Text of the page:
A cold breeze floated against his cheek. He started, turning his attention to what he could now see was a splintered and broken opening in the rafters. His mouth dropped open, all traces of sleep and pleasant memories fleeing his mind. In an instant he sat up, the quilt falling from his shoulders.
"What the? There's a hole in the roof!" he gasped. How had it gotten there? Everything had been fine when he had gone to sleep.
He looked around the room, trying to find any other signs of something gone amiss. It did not take long. Everything in sight was out of place. All of his books seemed to have been dislodged from their proper locations on the shelves; they were sprawled on top of and across the shelves and all over the floor. Each of his boxes was overturned. The old trunk lay wide open, its contents flung in every conceivable direction.
He could only stare at the mess. "I'm not sloppy like this," he said to his belongings. "What happened?" Whatever it was, he wanted to know . . . and yet the very thought sent terror up his spine.
In vain he tried to push back his irrational fear. "How long have I been sleeping?" he demanded of nothing in particular. "Why didn't I wake up with all the noise that must've been going on?"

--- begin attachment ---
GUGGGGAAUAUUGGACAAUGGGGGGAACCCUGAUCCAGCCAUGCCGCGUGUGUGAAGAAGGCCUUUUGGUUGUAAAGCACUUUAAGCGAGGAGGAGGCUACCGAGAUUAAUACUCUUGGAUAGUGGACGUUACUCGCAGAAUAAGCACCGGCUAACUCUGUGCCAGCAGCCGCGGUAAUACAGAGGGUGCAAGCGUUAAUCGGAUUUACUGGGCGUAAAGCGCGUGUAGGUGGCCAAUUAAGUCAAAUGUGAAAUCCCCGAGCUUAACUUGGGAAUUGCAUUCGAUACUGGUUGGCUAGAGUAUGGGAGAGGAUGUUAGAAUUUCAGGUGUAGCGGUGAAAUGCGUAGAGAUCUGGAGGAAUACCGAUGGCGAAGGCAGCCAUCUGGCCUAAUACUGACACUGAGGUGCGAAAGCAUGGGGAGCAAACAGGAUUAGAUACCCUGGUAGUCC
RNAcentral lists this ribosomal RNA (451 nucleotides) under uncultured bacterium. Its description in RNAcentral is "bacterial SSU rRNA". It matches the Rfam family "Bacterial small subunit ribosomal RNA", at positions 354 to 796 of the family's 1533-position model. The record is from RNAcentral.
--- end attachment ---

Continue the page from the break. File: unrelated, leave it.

Only then did he realize that his left forefinger was throbbing. With a frown he looked down at it. Again he was stunned. Blood was oozing from a small cut near the tip of his finger. Somehow he had gotten cut while lying in bed. Slowly he raised the offending finger to be level with his eyes. His heart thumped wildly in his chest. Blood. . . . There was something about blood that frightened him.
But for the life of him, he could not remember what or why.
He dug into his pocket for a handkerchief, which he awkwardly began to wrap around the finger. Crimson soon stained the first tier of the cloth. Clenching his teeth, he brought it around a second time, and then again and again until the entire thing was wound around one little finger and the end was tucked under the conglomeration. It was clumsily done and annoying, but it would work for now. Most importantly, he would not have to look at the blood.
Trembling, he swung his legs to the floor and pushed himself up. "Charon?" he called. "Ahiru?" His voice echoed in uneasy loneliness throughout the room and into the hall.
He stepped over the books scattered over the floor. He would have to pick them up later; right now he needed to get to the bottom of this craziness. But then he frowned at his decision. After a moment he bent down, gathering several volumes and stacking them on his bed. He was not as neat and organized as Autor, but he did care about his books.